When looking at the 2021 schedule and trying to find its hardest matchups, most Notre Dame Fighting Irish fans look to the middle stretch of the season, which contains matchups against the Wisconsin Badgers, Cincinnati Bearcats, USC Trojans and North Carolina Tar Heels. And they are right to do so - the past performance of those teams makes it easy to anticipate a tough contest. We know those games are going to be hard.
But in the wild landscape of college football, it’s often the team you don’t expect - the underdog, the wild card - that sneaks up on you. When it comes to college football wild cards, it’s hard to think of a bigger one than a week-one road matchup in a weird time slot, in a raucous home atmosphere and hot climate, against a sleeping-giant power program that still has some solid talent on the field and whose coach is already on the hot seat.
If I’m uniquely wary of this situation, it’s because I was there the last time it happened.
On a sweltering Sunday night of Labor Day weekend 2016 in Austin, I watched from the stands as the Texas Longhorns were emphatically pronounced BACK against a favored Irish team that was coming off an excellent season. Despite the fact that both teams revealed themselves as pretenders almost immediately, that moment remains seared into my memory. Even if you didn’t have a similar experience that night, you no doubt have heard the comparisons between it and this year’s opener against Florida State, in which the situation is nearly as close to identical as it could be without scheduling the Longhorns themselves.
The good news is that the Irish are in a far stronger position coming into 2021 than they were in 2016, and four excellent seasons later they have earned the trust of fans that they will continue to uphold a standard of excellence. In no way do I believe that 2021’s Irish team will take anything like the trajectory that Brian VanGorder and co. did. However, the memory of that night in Darrell K. Royal still contains some important lessons for the Irish and their fans. A week-one matchup contains unique risks that midseason ones do not: roster uncertainties, rust and yips from veterans and new players, respectively, and a lack of tape on the opposing team that creates opportunities for trickery and strategic surprise. If Notre Dame proves itself vulnerable to these risks, Florida State - like Texas in 2016 - has the athletes to pull some fast ones and make this a close game.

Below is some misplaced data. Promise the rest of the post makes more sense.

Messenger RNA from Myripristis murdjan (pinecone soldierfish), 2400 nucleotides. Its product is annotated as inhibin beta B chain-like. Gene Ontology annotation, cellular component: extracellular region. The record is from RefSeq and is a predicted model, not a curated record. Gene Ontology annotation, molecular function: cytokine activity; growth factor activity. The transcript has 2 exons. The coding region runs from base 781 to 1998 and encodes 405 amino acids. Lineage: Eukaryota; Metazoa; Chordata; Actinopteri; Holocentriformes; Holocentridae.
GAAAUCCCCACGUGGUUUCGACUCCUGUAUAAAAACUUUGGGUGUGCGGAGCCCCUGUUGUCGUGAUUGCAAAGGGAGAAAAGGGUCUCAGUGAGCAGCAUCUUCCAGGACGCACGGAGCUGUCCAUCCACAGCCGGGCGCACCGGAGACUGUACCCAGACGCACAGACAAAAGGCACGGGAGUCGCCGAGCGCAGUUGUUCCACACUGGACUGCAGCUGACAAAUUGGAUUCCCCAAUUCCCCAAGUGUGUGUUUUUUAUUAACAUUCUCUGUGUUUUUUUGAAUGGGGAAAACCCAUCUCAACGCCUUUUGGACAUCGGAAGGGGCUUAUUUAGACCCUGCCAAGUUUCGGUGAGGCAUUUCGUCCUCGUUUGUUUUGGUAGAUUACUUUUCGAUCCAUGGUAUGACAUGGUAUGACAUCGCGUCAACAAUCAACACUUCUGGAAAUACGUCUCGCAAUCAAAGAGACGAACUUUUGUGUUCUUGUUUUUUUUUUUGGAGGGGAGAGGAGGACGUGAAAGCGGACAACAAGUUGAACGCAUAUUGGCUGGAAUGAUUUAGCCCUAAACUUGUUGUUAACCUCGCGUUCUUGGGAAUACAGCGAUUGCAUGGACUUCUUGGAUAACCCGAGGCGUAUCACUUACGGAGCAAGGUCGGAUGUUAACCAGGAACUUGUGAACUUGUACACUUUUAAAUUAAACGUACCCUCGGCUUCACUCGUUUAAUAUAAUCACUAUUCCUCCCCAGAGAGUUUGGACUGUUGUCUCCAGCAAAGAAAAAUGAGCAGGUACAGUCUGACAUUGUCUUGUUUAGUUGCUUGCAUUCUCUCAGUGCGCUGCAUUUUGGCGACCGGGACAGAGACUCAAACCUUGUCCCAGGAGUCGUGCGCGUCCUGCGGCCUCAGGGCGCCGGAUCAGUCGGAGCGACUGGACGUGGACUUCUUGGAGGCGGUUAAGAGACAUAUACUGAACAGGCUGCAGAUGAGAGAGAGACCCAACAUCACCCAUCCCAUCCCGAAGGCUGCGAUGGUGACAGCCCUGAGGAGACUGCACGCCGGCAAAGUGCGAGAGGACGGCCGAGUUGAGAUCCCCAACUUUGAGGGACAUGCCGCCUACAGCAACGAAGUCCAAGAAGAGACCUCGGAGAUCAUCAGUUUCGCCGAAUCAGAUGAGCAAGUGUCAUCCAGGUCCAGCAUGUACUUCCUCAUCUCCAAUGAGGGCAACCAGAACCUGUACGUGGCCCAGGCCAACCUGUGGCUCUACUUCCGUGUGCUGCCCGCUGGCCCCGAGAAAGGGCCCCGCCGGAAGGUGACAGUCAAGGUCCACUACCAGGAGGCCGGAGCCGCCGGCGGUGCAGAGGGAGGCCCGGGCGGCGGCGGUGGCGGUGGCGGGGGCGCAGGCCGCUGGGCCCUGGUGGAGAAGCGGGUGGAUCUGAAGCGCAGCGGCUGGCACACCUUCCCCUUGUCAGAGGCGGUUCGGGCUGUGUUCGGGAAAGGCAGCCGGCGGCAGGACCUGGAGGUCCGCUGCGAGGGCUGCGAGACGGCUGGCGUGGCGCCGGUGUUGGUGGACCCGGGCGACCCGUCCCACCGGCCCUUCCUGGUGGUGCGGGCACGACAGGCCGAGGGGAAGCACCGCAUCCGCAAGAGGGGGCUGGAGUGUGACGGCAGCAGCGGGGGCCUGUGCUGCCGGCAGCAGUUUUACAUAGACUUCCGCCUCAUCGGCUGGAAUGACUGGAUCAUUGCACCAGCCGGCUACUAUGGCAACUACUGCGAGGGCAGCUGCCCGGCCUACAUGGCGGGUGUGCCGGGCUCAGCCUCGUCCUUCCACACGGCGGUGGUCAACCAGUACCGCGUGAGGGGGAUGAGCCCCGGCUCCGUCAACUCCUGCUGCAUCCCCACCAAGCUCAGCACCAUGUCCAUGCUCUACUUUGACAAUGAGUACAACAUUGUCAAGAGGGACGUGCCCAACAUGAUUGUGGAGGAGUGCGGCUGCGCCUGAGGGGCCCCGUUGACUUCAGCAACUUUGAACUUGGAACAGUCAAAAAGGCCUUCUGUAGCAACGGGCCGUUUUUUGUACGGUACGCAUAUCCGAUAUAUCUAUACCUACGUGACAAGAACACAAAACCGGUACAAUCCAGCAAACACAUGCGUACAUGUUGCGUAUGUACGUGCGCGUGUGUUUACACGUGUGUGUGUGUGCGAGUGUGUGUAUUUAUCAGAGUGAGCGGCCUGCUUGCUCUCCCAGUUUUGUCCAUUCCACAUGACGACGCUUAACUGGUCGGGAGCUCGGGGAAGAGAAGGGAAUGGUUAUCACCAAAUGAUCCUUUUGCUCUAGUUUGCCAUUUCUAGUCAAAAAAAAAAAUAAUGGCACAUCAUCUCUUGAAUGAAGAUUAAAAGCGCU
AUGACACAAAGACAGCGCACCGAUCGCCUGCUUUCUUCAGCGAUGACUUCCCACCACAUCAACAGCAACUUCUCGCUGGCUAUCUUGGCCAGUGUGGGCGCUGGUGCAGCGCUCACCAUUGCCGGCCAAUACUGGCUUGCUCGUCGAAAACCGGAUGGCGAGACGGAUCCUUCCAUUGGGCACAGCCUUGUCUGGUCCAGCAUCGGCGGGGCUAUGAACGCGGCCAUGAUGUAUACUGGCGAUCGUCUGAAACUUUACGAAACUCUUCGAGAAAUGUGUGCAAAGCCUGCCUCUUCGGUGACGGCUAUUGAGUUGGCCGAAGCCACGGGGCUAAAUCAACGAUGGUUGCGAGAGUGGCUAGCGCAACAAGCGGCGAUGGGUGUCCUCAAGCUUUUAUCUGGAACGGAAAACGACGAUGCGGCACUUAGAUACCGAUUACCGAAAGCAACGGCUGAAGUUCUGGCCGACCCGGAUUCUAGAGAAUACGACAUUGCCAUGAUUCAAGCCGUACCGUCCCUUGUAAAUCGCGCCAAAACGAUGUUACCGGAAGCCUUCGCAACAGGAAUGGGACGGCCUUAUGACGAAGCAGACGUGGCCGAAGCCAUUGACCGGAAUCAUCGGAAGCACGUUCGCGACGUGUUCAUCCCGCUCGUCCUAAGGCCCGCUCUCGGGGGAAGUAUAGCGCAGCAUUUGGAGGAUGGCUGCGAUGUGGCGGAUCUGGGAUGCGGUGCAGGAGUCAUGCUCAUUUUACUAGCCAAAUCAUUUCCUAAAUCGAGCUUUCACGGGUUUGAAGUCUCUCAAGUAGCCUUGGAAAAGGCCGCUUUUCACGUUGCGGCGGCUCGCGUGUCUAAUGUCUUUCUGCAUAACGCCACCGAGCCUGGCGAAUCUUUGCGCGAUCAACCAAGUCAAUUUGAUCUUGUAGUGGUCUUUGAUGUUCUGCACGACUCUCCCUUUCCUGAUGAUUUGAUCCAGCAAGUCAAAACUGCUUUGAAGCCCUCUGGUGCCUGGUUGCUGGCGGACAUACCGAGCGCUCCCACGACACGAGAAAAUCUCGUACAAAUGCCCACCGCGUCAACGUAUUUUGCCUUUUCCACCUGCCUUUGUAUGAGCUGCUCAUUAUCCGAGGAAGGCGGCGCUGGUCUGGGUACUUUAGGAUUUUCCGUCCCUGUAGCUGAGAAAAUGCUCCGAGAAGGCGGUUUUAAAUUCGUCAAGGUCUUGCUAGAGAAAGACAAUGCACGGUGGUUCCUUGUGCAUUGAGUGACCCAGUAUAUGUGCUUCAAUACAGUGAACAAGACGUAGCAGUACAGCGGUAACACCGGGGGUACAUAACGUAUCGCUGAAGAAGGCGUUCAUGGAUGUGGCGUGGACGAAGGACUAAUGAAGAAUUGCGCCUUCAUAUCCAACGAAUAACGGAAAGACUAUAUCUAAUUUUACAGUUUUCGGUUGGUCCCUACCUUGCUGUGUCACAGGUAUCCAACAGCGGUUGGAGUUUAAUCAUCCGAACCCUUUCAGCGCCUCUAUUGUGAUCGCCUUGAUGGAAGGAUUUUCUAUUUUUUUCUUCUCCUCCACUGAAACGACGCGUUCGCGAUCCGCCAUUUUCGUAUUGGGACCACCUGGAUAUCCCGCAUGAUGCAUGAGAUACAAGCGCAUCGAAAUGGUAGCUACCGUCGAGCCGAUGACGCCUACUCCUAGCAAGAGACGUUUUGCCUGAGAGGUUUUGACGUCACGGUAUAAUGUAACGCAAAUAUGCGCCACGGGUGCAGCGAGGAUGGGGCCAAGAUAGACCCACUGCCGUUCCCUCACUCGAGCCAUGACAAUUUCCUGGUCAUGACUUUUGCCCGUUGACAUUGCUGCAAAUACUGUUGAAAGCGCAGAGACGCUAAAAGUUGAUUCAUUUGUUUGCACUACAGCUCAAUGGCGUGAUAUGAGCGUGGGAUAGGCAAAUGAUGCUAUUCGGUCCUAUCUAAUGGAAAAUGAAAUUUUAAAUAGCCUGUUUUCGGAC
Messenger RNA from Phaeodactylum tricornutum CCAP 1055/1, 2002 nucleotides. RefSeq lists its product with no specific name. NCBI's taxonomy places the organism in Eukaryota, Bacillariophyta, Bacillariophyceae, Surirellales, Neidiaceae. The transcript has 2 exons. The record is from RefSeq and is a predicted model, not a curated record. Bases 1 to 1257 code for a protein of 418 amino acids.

The ‘Noles have fallen off somewhat in recruiting during their wilderness years and have struggled to demonstrate the kind of dynamic passing game that could create that quick-strike ability, but they still return a surprising amount of talent at receiver. Kansas transfer Andrew Parchment bolsters a corps otherwise made up of unproven but undeniably gifted players like Keyshawn Helton, Jordan Young and Bryan Robinson.
At the quarterback position - the biggest of wild cards on this unpredictable team - incumbent starter Jordan Travis is still battling transfer McKenzie Milton for the starting role. Travis provides athleticism and playmaking ability and reports out of the ‘Noles camp indicate some improvements in the passing game, while Milton is striving to regain his once-dominant form after recovering from a horrifying leg injury in 2018.
My point in focusing on the ‘Noles passing game - both its potential and its question marks - is to highlight where I see the danger coming from in this matchup. If Florida State finds a quarterback who can deliver downfield and receivers who can gain separation in the secondary - which is the most vulnerable spot on Notre Dame’s defense - then week-one holes and mistakes on the part of the Irish could open up opportunities for quick-strike scores. This could still occur despite the fact that FSU’s offensive line remains a patchwork and its running game a question mark, and it could allow the Seminoles to hang in there even if the Irish consistently win the battle in the trenches - as I expect them to.
The ‘Noles defense is also full of uncertainties from an opponent’s perspective. The defensive line was a weak unit in 2020, but a pair of transfers on the edge in Keir Thomas and Jermaine Johnson II could pair with returning tackle Robert Cooper to form a surprisingly effective front. It gets less scary when you move back: the secondary and linebacking corps are loaded with transfers and unproven players, but that too carries with it the danger of uncertainty and the potential for breakouts to upend our expectations. Do I expect this unit to hold Notre Dame under 30 or even 35 points? No, but it is not impossible to imagine them getting enough stops to keep Florida State in the game if their offense gets on the board a few times.
Ultimately, what worries me about this game isn’t what we know about the Seminoles, but what we don’t. One can’t simply rely on past performance to gauge a team with so many transfers at key positions, and so many inexperienced - but talented - contributors in prominent roles, especially in week one. I expect Notre Dame to win this game, and frankly wouldn’t be surprised if it turned out to be a blowout - the Irish are the more talented team by a significant margin and possess a major advantage in the trenches. At the same time, this game has all sorts of potential to get weird, quickly. Don’t be surprised if this one turns into a classic week-one hot mess, with the Irish relieved to make it home 1-0.